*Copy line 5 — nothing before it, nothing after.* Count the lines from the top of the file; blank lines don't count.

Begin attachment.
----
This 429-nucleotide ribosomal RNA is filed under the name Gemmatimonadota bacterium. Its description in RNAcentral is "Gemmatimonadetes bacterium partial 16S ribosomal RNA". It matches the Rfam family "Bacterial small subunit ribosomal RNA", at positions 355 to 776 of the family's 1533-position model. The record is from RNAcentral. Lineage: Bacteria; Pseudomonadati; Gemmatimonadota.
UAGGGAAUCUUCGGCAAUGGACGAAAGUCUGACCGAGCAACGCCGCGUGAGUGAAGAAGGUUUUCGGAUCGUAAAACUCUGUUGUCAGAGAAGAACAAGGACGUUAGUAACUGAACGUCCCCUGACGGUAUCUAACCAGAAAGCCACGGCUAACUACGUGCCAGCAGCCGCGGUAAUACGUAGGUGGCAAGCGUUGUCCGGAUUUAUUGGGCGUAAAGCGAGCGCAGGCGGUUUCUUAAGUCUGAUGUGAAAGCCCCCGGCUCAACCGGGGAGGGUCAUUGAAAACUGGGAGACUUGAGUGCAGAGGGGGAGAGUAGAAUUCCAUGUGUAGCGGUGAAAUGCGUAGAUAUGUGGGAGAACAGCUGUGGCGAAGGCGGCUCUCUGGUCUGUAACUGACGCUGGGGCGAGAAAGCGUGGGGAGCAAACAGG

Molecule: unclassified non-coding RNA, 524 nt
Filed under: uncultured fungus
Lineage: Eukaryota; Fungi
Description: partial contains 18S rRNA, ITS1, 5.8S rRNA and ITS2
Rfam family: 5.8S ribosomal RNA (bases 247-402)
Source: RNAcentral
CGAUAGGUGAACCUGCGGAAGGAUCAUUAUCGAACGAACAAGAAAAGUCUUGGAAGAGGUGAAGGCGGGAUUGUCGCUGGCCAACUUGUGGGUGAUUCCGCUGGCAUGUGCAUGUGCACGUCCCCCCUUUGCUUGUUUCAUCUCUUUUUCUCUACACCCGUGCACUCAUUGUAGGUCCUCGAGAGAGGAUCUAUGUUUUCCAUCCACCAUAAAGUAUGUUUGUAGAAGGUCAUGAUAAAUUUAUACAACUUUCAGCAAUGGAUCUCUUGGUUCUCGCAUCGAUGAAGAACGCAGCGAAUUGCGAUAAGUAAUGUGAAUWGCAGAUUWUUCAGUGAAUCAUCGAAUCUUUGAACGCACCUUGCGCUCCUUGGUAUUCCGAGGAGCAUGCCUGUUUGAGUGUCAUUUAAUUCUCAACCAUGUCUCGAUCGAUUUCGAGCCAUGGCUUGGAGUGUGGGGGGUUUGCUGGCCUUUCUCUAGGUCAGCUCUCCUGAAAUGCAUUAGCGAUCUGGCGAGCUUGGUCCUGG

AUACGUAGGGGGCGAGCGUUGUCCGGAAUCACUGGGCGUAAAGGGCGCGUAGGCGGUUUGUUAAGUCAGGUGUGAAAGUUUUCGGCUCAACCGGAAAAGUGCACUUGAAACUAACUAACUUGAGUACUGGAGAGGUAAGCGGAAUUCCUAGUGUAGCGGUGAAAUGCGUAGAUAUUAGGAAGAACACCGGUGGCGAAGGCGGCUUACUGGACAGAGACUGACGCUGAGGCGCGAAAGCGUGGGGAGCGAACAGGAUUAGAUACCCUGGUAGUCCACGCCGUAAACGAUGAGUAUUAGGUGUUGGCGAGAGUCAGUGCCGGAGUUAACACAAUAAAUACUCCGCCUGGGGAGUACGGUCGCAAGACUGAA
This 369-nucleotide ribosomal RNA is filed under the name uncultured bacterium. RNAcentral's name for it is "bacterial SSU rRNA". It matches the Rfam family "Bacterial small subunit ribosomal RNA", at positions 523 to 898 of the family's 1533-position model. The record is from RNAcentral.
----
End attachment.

Lineage: Eukaryota; Fungi